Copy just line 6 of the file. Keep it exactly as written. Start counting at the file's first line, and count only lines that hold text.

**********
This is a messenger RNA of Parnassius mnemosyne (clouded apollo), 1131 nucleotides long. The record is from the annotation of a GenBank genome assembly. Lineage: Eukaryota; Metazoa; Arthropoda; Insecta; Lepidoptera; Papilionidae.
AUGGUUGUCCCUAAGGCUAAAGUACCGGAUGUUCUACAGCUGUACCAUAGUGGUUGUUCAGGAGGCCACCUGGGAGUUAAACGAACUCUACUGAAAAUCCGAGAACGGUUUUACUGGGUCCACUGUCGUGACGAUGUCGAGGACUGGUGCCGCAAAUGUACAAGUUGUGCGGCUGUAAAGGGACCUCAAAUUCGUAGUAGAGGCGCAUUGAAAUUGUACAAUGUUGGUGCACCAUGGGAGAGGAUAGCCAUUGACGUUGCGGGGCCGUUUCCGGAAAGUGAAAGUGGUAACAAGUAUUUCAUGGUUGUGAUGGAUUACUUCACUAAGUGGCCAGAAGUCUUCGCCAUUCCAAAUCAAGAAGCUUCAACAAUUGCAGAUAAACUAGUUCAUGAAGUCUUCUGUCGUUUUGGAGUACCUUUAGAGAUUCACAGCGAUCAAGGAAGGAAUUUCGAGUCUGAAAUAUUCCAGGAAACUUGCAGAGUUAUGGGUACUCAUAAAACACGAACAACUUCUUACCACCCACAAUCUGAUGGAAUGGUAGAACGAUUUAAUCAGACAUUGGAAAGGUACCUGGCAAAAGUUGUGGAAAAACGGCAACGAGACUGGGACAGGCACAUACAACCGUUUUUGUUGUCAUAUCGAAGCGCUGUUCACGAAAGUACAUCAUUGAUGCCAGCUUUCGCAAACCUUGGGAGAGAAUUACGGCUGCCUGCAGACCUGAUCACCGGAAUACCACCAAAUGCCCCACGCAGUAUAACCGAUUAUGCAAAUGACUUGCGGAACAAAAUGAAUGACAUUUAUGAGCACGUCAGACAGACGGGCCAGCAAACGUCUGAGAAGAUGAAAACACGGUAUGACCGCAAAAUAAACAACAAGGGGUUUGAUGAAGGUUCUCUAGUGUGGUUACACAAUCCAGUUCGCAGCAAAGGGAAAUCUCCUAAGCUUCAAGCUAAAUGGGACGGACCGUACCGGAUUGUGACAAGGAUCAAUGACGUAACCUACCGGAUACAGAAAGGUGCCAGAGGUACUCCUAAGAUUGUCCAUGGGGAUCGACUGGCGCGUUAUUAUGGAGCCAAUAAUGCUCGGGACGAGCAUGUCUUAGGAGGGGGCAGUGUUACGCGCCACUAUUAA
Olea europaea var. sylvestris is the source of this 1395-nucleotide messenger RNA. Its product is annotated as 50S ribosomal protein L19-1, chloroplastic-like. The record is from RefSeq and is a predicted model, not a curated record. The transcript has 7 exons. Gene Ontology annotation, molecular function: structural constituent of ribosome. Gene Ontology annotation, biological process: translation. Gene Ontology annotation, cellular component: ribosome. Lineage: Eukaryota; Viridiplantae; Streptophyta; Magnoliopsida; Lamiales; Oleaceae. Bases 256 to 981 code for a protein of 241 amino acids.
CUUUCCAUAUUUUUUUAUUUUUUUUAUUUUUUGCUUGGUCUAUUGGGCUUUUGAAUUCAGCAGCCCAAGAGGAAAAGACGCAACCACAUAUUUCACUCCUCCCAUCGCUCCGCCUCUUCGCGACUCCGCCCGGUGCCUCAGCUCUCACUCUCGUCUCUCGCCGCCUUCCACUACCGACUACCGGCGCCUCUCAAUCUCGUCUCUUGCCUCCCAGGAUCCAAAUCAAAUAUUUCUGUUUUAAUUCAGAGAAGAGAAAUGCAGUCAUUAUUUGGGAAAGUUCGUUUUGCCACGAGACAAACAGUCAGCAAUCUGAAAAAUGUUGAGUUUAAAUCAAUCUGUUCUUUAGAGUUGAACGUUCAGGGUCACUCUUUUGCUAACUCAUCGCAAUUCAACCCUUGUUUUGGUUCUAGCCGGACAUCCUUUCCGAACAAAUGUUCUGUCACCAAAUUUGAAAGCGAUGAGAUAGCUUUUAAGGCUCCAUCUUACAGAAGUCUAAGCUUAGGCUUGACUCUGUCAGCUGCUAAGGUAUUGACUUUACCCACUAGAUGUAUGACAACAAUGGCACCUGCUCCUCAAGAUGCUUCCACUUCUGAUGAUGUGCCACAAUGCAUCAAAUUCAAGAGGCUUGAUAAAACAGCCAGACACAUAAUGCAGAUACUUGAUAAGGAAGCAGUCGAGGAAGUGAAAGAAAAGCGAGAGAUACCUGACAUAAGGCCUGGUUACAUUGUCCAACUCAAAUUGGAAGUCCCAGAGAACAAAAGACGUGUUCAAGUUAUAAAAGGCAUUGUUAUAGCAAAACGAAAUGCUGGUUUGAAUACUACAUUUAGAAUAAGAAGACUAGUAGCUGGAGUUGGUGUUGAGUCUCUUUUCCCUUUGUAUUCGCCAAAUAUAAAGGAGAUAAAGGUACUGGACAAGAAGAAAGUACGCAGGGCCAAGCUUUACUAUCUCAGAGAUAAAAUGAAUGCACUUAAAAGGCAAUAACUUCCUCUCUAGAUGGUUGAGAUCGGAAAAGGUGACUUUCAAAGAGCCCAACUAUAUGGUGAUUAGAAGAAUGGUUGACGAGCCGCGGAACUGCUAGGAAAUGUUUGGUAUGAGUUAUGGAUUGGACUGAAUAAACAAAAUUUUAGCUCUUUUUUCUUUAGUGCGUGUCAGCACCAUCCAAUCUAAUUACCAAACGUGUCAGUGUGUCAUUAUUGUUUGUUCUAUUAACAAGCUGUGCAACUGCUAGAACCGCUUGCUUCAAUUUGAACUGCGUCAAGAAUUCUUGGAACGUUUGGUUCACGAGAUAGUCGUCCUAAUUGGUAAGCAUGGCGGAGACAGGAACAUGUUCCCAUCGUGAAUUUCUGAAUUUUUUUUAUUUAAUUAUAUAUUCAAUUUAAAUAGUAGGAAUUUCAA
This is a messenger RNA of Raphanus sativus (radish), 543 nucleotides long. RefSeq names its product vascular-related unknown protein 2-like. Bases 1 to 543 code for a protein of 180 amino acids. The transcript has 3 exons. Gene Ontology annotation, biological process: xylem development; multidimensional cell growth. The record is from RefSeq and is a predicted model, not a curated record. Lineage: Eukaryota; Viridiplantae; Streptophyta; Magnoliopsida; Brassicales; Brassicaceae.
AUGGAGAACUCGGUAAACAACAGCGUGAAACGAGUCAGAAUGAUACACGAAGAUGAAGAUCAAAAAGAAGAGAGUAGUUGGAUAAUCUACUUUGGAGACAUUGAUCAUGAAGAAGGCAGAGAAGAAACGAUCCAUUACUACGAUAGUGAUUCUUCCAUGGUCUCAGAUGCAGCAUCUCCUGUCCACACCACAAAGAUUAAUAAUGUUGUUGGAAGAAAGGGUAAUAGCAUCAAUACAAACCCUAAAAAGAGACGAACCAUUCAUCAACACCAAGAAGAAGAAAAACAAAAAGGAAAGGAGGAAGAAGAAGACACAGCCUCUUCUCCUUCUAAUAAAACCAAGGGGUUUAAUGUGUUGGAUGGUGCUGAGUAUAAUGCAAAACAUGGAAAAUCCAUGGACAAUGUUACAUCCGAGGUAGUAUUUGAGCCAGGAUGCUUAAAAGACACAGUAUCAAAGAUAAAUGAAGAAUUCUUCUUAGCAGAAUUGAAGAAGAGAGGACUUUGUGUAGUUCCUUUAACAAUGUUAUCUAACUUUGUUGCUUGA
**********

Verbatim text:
AUGGAGAACUCGGUAAACAACAGCGUGAAACGAGUCAGAAUGAUACACGAAGAUGAAGAUCAAAAAGAAGAGAGUAGUUGGAUAAUCUACUUUGGAGACAUUGAUCAUGAAGAAGGCAGAGAAGAAACGAUCCAUUACUACGAUAGUGAUUCUUCCAUGGUCUCAGAUGCAGCAUCUCCUGUCCACACCACAAAGAUUAAUAAUGUUGUUGGAAGAAAGGGUAAUAGCAUCAAUACAAACCCUAAAAAGAGACGAACCAUUCAUCAACACCAAGAAGAAGAAAAACAAAAAGGAAAGGAGGAAGAAGAAGACACAGCCUCUUCUCCUUCUAAUAAAACCAAGGGGUUUAAUGUGUUGGAUGGUGCUGAGUAUAAUGCAAAACAUGGAAAAUCCAUGGACAAUGUUACAUCCGAGGUAGUAUUUGAGCCAGGAUGCUUAAAAGACACAGUAUCAAAGAUAAAUGAAGAAUUCUUCUUAGCAGAAUUGAAGAAGAGAGGACUUUGUGUAGUUCCUUUAACAAUGUUAUCUAACUUUGUUGCUUGA